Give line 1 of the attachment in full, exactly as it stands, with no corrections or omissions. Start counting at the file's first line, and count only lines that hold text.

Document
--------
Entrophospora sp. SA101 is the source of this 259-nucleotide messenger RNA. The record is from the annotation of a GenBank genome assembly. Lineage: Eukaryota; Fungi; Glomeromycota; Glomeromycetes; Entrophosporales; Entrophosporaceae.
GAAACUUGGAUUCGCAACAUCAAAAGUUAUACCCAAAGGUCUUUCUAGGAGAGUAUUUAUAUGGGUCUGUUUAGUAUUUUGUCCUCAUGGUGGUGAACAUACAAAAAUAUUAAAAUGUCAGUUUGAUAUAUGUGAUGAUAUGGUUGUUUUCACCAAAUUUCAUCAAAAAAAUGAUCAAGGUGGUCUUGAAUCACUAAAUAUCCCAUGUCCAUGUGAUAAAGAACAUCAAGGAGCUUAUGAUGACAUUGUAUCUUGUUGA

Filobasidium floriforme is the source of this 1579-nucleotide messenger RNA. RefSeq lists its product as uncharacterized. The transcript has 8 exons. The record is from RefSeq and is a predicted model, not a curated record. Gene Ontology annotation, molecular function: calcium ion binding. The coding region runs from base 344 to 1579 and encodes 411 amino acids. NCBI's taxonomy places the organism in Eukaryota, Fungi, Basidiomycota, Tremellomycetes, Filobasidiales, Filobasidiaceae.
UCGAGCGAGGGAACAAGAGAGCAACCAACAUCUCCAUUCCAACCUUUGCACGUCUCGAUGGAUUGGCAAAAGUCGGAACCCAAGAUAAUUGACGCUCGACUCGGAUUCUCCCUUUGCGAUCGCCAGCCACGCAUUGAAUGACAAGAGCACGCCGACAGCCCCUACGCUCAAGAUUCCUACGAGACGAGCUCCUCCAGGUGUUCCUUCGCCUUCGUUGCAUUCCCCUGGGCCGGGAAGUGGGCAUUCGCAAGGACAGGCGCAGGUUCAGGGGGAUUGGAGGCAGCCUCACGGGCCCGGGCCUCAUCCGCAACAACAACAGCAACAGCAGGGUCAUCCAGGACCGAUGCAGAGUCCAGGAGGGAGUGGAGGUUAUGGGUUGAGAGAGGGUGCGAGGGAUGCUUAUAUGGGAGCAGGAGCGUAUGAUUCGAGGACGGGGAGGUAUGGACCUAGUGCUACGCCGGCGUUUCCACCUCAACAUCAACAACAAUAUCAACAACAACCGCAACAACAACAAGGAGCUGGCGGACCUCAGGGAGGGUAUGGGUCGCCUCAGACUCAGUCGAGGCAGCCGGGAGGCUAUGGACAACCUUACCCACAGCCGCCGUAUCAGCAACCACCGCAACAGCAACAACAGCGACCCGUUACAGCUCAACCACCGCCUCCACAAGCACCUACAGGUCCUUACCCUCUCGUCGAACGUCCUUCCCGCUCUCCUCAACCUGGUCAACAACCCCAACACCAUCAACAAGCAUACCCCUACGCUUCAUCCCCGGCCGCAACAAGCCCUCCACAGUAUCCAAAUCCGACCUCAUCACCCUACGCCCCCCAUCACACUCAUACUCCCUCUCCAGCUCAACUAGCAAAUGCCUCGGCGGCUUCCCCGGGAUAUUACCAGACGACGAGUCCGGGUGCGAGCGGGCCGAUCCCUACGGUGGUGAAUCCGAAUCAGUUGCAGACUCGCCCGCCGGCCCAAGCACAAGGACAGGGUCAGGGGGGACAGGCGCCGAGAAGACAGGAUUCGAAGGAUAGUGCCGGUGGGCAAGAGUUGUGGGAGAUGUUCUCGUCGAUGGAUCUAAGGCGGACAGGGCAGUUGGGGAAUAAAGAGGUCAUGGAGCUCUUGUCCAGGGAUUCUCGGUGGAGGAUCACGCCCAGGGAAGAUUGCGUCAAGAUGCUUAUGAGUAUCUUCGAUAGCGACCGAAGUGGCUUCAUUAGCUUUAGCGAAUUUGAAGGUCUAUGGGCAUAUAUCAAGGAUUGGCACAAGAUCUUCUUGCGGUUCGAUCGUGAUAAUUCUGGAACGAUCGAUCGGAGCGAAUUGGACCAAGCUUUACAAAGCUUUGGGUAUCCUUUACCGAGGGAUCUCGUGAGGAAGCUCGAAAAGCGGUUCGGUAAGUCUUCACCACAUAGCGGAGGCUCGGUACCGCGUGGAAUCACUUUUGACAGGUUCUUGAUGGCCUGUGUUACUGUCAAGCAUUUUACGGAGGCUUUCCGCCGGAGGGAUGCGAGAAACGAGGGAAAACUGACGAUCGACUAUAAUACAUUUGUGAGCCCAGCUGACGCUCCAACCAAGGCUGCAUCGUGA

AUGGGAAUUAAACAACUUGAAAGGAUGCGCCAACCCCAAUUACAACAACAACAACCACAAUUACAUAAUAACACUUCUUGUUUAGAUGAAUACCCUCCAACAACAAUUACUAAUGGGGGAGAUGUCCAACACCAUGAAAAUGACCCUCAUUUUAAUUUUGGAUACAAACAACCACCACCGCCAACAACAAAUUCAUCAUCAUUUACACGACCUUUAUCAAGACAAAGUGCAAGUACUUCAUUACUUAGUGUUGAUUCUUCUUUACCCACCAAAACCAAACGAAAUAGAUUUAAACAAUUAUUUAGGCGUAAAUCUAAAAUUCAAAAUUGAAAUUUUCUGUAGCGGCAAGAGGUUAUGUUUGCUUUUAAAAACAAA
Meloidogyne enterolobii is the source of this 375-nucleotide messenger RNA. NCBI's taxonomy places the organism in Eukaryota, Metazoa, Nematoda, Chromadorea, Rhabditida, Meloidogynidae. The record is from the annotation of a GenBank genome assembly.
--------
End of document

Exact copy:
Entrophospora sp. SA101 is the source of this 259-nucleotide messenger RNA. The record is from the annotation of a GenBank genome assembly. Lineage: Eukaryota; Fungi; Glomeromycota; Glomeromycetes; Entrophosporales; Entrophosporaceae.